The play sets themselves are a pretty straightforward action/adventure title for each, bringing you into the world of that respective franchise. Unlike last year’s game where you had 3 different play sets in the starter cube (depending on the character you started with,) you’ve got the one master Avengers playset this time out. The basis is for you to thwart New York City of the Frost Giants Loki has unleashed in an attempt to stop the Avengers. It’s pretty simplistic, and it kind of is. This play set here I believe is really just a way for you to learn the basic mechanics of the game, and the biggest addition to the characters’ playability – The Skill Tree. The Skill Tree here is the same as you saw in Watch Dogs, and you’ll see in most games. It’s literally a tree because for you to obtain the fruit, you have to travel up the branches, so to speak. You unlock one skill through the acquisition of points (via spark collection) and once done, you can unlock more complex skills along that general line of skill sets. The time has been taken for all of the previous game’s characters to take advantage of this capability as well, so not to feel you’re taking empty shell characters into new battles. They don’t have some of the specialty capabilities that the 2.0 characters do, but it’s nice that they’re invited into the fold nevertheless.
This isn’t the cool part of Disney Infinity and its following though. The encouragement for community input is, and thankfully, the Toy Box is much more robust and much easier for you to manipulate for the good of creating your own content. You can do everything from create your own cityscapes to races. It’s all laid out pretty well, and each specific toy chest area has a gatekeeper figurehead to take you through the whole thing.
To be honest, I really didn’t understand why the Toy Box in the first game was so darned difficult for you to just obtain your own content, but this one makes it a whole lot easier to walk through and get started. This time out, the Sparks you pick up are used for your own items, though in some cases, more complex pieces can only be unlocked when you’ve purchased pre-requisites. As with the first game, the different colored sparks have different purposes, from charging special meters to regenerating life.
(On a side note, if anybody’s put together some really cool Phineas and Ferb content, especially as concerns with Agent P, get in touch.)
While the title seems more refined overall than the first game, there are still a few things that need addressing. Kids probably won’t notice or care, but the graphics can be a tad clippy. I found cases where my character’s arm would disappear into the wall during a punch, or seemingly travel through an enemy like a 70s Kung Fu B movie. Since the game does a lot of auto-targeting, camera angle logic is completely out the window, and you’ll often be unable to see what you’re doing if there are 4 or 5 that you’re attacking simultaneously. That’s really my only complaints though. Disney Infinity tends to be one of my favourite new series’ out there because not only is it a great opportunity to play and collect familiar faces, but it encourages you to bring out your creative side and let loose. You can even share any Toy Boxes that you’ve created through the Friend Share options, however, it’s only available to you if you have a Disney Account that you’ve signed in through at the game’s setup. The feature’s always available if you bypass.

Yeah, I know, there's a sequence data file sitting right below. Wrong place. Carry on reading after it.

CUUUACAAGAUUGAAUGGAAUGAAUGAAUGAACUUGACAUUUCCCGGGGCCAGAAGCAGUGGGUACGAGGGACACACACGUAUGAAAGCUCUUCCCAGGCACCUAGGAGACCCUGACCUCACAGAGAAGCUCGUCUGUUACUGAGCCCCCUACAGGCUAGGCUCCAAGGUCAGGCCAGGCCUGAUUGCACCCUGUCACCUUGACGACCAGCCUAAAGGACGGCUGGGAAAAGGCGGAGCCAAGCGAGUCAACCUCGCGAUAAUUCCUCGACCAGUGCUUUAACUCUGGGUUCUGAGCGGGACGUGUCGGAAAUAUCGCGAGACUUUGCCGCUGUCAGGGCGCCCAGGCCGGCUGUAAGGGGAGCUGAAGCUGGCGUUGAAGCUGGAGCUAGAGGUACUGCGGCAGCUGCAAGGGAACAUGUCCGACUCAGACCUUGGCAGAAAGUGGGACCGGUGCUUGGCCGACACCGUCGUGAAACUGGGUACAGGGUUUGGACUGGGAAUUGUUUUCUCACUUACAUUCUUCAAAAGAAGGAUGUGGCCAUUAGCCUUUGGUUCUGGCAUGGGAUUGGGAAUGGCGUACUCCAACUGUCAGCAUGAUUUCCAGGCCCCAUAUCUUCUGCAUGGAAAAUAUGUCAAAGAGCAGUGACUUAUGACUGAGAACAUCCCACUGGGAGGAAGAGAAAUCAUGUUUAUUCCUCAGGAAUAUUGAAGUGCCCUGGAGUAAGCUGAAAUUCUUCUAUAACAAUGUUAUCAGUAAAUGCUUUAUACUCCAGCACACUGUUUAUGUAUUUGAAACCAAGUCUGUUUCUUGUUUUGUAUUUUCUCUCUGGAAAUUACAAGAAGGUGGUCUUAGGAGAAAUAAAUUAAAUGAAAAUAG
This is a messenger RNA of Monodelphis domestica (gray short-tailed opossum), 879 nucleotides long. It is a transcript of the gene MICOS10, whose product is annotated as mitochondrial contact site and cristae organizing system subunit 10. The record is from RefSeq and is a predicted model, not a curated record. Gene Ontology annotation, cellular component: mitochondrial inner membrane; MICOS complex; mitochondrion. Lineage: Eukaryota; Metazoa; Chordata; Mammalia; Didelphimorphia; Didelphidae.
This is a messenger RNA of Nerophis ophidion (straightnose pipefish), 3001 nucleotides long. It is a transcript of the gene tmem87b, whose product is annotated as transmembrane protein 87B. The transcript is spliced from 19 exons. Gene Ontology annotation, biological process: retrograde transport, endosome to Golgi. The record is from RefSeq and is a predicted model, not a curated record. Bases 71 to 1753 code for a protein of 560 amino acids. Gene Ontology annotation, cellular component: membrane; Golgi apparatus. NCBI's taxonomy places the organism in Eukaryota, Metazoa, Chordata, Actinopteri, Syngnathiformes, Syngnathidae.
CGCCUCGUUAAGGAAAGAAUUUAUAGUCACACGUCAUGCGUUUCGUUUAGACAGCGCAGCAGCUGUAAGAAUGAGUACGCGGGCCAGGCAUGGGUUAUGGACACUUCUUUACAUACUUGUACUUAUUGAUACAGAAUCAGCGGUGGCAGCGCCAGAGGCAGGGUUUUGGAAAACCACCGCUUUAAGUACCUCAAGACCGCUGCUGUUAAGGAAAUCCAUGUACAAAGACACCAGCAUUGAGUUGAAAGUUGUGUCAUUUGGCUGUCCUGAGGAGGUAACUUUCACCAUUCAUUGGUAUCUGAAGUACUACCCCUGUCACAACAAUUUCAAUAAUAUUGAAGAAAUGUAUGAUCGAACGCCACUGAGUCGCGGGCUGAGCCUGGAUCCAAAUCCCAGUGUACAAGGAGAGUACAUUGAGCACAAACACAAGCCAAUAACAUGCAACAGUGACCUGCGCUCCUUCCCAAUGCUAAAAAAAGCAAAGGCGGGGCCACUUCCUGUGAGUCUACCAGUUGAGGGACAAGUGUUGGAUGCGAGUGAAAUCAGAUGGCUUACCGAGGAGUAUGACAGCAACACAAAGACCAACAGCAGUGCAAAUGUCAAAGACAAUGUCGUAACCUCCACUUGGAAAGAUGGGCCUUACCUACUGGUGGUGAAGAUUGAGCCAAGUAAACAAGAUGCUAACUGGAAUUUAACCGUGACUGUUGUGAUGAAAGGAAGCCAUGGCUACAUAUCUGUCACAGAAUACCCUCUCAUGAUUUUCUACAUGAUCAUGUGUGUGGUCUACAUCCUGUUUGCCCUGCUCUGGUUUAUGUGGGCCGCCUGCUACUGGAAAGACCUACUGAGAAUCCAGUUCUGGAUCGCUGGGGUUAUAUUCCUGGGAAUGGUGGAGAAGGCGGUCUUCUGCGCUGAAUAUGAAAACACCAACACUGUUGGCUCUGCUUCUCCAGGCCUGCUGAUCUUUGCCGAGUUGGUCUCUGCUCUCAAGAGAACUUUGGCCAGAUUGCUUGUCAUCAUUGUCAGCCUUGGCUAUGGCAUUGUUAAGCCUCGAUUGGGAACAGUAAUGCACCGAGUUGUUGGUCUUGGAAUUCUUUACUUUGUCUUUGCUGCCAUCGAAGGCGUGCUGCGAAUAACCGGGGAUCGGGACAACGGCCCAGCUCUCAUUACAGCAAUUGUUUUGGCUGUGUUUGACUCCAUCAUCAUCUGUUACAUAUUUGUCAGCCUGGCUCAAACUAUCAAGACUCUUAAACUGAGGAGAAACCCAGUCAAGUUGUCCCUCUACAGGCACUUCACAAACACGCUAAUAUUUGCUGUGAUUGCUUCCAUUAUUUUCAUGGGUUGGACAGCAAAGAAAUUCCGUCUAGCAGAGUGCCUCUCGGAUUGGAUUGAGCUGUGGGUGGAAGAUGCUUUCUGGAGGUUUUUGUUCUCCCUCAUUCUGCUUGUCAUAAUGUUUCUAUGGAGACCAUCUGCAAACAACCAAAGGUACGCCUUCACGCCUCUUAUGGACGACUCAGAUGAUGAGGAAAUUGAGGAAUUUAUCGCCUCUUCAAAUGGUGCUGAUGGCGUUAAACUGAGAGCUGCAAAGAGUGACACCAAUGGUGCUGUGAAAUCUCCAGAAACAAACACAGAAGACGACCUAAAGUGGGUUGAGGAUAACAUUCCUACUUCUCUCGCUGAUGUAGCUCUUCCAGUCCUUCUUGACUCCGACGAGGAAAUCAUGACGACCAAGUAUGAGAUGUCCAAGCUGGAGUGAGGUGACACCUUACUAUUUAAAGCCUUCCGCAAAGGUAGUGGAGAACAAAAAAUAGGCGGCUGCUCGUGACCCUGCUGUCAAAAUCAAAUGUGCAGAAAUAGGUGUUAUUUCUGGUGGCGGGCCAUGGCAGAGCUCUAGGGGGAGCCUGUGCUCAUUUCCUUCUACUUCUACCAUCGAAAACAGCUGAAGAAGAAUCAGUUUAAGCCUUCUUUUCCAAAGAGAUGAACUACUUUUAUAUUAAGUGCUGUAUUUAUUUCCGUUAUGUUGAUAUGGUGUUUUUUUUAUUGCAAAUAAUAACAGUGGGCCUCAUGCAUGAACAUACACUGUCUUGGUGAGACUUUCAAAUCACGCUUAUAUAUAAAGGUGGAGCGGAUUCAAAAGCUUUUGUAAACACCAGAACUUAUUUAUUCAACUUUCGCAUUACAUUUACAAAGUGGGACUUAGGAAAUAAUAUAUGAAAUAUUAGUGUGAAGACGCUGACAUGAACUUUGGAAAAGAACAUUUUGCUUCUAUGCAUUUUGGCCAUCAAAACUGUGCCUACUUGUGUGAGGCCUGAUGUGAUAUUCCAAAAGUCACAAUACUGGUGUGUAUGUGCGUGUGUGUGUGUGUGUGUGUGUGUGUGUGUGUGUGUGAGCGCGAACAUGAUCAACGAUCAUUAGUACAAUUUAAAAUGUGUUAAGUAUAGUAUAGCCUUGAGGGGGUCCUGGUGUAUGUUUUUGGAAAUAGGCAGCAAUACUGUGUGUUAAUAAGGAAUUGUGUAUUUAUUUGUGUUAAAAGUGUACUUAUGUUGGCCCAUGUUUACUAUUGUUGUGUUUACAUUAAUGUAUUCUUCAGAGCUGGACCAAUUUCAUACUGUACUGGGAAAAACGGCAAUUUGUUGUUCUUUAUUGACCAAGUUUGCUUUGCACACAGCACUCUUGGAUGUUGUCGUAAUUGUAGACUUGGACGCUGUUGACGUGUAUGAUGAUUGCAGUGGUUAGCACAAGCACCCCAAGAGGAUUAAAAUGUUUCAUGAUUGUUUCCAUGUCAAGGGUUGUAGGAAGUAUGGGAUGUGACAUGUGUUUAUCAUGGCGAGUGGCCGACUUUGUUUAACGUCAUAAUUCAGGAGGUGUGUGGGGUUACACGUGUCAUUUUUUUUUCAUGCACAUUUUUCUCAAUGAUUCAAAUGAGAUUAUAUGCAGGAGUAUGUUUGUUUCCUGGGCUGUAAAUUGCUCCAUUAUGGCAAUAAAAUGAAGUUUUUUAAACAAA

That being said, Disney Infinity does remain a pretty niche game, however, due to my family’s lifelong love for all things Disney (My wife and I even picked Disneyworld as our honeymoon spot) and the recognizable nature of all the characters, I would pick this over Skylanders in a heartbeat. The kids know who Iron Man, or Stitch, or Anna and Elsa are, and one of the coolest aspects for them is the way they can own the little characters and bring them to life on their gaming console as well. It really helps that the characters from the last game are forward compatible, meaning that buying all those extras weren’t for naught.
Remember, the fun doesn’t end once the Avengers story does! There are going to be plenty of playsets upcoming, and a new generation of Power Discs have been released specifically for this game too to unlock even more content for you. Like last year, you obtain them in randomly sealed packs. Here’s a list of all the available Power Discs:
Gameplay: 4 / 5
Graphics: 4 / 5
Sound: 4 / 5
Controls: 4 / 5
Lasting Appeal/Replayability: 4 / 5
Overall Rating: 4 / 5 (80%)
Disney Infinity 2.0 is available in two different forms. Those who want to make the leap now can purchase the starter kit for the following consoles:
PlayStation 4 Limited Edition (Very Limited Stock left)
PlayStation 3 Limited Edition (Currently Sold Out)
If you’re not interested in the Marvel Superheroes element of it, a Toy Box starter kit is due for release in November and features Merida (from Brave) and Stitch along with the base, 2 power discs and the base. Those you can pre-order now for the following consoles.